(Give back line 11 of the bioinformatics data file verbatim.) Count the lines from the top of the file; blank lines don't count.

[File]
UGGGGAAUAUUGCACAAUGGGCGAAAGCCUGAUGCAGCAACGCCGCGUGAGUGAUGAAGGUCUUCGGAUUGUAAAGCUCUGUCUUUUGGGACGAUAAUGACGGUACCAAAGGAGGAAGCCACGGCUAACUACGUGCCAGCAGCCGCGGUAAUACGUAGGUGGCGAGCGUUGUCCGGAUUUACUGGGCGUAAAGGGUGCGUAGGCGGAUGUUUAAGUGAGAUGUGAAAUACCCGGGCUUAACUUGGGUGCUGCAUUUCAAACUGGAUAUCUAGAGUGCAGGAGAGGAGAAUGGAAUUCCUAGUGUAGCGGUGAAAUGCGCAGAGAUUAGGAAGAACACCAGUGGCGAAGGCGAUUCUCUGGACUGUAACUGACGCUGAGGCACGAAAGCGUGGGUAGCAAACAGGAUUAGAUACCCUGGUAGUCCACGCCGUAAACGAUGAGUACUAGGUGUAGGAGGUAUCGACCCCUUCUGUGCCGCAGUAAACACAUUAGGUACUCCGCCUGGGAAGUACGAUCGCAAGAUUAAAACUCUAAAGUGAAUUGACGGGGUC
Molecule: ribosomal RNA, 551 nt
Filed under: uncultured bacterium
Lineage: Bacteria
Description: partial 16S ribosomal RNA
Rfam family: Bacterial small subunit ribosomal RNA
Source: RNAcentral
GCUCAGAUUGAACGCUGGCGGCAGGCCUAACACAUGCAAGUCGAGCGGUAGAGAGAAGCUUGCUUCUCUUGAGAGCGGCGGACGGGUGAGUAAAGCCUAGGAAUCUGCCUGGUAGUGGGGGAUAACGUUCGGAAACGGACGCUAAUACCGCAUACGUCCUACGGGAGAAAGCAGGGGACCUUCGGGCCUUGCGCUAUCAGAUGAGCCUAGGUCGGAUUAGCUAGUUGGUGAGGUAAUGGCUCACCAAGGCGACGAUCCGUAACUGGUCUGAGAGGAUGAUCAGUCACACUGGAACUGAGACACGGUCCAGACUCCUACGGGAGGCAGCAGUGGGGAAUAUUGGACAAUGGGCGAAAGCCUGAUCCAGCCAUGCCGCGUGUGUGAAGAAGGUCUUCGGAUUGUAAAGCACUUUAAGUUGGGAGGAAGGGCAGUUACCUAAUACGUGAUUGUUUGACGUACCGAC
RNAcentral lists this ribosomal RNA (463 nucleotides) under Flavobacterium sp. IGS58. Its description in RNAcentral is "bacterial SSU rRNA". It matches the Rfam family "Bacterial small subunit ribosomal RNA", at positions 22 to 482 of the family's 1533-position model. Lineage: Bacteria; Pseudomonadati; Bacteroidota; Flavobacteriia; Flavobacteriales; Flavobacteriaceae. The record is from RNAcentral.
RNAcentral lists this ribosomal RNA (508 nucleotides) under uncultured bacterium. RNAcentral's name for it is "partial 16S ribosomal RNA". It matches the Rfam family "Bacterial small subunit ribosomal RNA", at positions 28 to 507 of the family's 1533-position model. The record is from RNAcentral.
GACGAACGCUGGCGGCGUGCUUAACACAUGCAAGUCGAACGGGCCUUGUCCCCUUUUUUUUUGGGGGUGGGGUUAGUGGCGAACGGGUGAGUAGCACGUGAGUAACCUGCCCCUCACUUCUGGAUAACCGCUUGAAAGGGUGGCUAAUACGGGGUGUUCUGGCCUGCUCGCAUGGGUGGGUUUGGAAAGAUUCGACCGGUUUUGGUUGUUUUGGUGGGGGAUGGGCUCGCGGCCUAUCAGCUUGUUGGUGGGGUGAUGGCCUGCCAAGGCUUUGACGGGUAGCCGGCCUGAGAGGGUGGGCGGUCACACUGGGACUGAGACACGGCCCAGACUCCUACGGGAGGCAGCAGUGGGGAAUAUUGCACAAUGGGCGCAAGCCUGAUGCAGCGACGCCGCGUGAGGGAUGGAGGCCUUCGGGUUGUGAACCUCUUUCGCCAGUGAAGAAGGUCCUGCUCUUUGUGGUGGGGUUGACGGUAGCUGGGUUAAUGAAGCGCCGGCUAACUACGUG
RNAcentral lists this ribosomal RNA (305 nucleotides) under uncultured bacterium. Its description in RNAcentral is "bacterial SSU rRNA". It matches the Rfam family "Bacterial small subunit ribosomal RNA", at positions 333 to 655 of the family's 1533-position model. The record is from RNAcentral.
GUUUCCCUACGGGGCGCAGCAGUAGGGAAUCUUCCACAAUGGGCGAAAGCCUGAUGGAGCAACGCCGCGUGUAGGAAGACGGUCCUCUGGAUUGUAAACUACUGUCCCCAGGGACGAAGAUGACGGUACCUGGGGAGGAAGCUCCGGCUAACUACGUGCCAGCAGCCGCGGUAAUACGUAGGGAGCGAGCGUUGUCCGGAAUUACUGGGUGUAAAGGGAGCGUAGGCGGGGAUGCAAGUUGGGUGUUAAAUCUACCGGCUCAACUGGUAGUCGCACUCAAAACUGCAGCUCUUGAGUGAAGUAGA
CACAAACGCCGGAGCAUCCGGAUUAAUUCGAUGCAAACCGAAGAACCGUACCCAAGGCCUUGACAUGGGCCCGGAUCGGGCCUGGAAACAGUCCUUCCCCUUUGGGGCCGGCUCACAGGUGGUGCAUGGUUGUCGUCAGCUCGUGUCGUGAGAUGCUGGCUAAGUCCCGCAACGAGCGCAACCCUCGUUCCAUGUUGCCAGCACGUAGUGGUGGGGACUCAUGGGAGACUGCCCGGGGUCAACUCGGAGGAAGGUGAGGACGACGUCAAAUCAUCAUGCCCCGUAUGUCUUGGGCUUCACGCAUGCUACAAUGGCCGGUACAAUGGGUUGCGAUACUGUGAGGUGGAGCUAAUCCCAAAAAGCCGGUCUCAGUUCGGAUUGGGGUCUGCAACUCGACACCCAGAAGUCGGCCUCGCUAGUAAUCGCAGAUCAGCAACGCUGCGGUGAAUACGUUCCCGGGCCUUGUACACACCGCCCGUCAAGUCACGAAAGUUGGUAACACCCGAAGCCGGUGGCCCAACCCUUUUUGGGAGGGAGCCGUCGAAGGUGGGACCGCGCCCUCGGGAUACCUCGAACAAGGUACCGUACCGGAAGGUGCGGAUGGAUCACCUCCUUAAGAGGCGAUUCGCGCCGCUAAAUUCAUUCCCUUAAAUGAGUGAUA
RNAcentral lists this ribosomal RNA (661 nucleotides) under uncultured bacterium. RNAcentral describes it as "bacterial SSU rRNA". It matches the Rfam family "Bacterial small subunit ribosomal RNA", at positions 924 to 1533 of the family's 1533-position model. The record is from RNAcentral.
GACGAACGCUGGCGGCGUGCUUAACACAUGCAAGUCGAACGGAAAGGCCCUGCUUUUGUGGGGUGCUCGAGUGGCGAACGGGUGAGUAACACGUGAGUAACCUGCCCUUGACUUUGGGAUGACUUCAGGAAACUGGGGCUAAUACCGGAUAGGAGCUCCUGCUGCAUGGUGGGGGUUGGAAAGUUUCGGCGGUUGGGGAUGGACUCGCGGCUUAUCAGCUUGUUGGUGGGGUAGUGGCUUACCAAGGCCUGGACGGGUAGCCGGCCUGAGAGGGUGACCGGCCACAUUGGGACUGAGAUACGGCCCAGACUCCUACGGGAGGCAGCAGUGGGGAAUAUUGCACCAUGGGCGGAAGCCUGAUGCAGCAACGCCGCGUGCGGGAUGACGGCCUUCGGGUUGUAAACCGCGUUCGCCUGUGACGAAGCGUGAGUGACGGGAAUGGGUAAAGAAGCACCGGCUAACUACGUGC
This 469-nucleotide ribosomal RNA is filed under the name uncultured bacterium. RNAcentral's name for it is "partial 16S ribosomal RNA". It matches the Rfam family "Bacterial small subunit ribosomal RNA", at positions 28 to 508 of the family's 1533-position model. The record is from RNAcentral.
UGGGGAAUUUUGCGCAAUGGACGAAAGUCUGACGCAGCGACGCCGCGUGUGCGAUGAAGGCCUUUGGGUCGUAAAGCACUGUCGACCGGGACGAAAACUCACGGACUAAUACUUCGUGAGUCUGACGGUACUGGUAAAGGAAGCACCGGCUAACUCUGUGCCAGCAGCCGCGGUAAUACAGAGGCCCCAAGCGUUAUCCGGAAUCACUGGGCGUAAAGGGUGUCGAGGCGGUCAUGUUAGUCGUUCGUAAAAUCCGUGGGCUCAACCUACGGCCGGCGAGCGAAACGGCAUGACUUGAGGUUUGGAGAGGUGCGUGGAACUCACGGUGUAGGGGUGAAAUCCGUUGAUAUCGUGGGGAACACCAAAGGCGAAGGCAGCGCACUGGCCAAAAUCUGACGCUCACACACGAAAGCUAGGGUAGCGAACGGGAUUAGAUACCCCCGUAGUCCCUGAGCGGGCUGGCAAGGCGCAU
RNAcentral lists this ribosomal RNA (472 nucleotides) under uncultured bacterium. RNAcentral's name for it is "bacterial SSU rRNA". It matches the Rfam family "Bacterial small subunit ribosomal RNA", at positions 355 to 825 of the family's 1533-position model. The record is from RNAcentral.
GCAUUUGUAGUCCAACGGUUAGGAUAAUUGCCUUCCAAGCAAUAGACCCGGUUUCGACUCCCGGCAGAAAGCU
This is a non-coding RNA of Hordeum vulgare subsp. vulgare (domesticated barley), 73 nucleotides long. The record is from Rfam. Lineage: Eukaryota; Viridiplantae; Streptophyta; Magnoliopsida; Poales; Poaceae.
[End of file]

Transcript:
GACGAACGCUGGCGGCGUGCUUAACACAUGCAAGUCGAACGGGCCUUGUCCCCUUUUUUUUUGGGGGUGGGGUUAGUGGCGAACGGGUGAGUAGCACGUGAGUAACCUGCCCCUCACUUCUGGAUAACCGCUUGAAAGGGUGGCUAAUACGGGGUGUUCUGGCCUGCUCGCAUGGGUGGGUUUGGAAAGAUUCGACCGGUUUUGGUUGUUUUGGUGGGGGAUGGGCUCGCGGCCUAUCAGCUUGUUGGUGGGGUGAUGGCCUGCCAAGGCUUUGACGGGUAGCCGGCCUGAGAGGGUGGGCGGUCACACUGGGACUGAGACACGGCCCAGACUCCUACGGGAGGCAGCAGUGGGGAAUAUUGCACAAUGGGCGCAAGCCUGAUGCAGCGACGCCGCGUGAGGGAUGGAGGCCUUCGGGUUGUGAACCUCUUUCGCCAGUGAAGAAGGUCCUGCUCUUUGUGGUGGGGUUGACGGUAGCUGGGUUAAUGAAGCGCCGGCUAACUACGUG